Hoist the Jolly Roger! Fire up the Seagull! Don your sou’ wester… Ace pike buccaneer and Lomond predator addict Will Burton has come for another fix of those tailwalking, deep-running Loch Lomond pike. ‘Don’t think you’ve caught pike until you’ve ‘ad a Lomond monster. They’re not the same species. These fish reallyfight.’
The evening before the expedition Will is down on the jetty catching bait. The sunset is calm and rosy, so it’s hardly fair when the dawn brings a gusty force 4 westerly and February drizzle arrived, making it easier to surf than catch fish. By ten o’clock the wind had eased a bit, and we set off.
So, armed with a boat that seems pitifully small to deal with the tooth-filled terrors that Will describes, off we chug from Balmaha for the first of two days in the Crom Mhin bay. The very name of it sends shivers down the spine… The Crom Mhin bay… the hottest hotspot of them all.
The bay is surrounded by reed beds. So while the wind whistles about the ears, the boat lies steady. Will puts out two baits – a live float-paternostered dancer (dancing dace) and a float-legered sardine. He also throws out a plug – a 20cm (8in) trout patterned Whopper Stopper Hellcat Magnum.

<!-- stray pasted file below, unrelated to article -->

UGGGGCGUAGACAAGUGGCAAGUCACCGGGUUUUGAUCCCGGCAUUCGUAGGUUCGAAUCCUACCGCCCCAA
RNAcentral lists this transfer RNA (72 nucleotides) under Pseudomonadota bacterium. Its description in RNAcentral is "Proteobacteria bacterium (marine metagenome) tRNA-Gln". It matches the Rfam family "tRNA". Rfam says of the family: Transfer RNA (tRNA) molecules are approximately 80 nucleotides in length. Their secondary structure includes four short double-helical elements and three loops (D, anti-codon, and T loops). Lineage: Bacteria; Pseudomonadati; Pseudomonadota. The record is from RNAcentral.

Most people don’t bother with plugs even in summer, when tradition says they work best, and in the winter… Well, it’s just sheer folly. Which is why it’s no real surprise when it’s taken in a flurry of spray. Despite the head shaking antics and a quick angry leap, it isn’t long before Will is unhooking a fish of about 4lb (1.8kg) in the water. ‘You see ‘ow that fish went. You can imagine what a big one is going to do. That’s why you ‘ave to use ‘eavy lines ‘ere. Nothing under 15-18lb (6.8-8.lkg) ‘as the stopping power to ‘andle a big old girl ‘eading off towards the snags by the bank.’
He stops plugging to check the livebait. It doesn’t look very happy. The wind creates turbulence in the 1.5m (5ft) deep water, making it difficult for the dancer to swim. Will puts it back in his bucket to recover and replaces it with a dead smelt.
He recasts the plug. ‘There’s a channel which runs along the bank from the mouth of the bay. It swings out when it reaches the burn there. It’s not deep but the pike cruise along it into the bay. That’s what I’m casting the plugs over.’ to Glasgow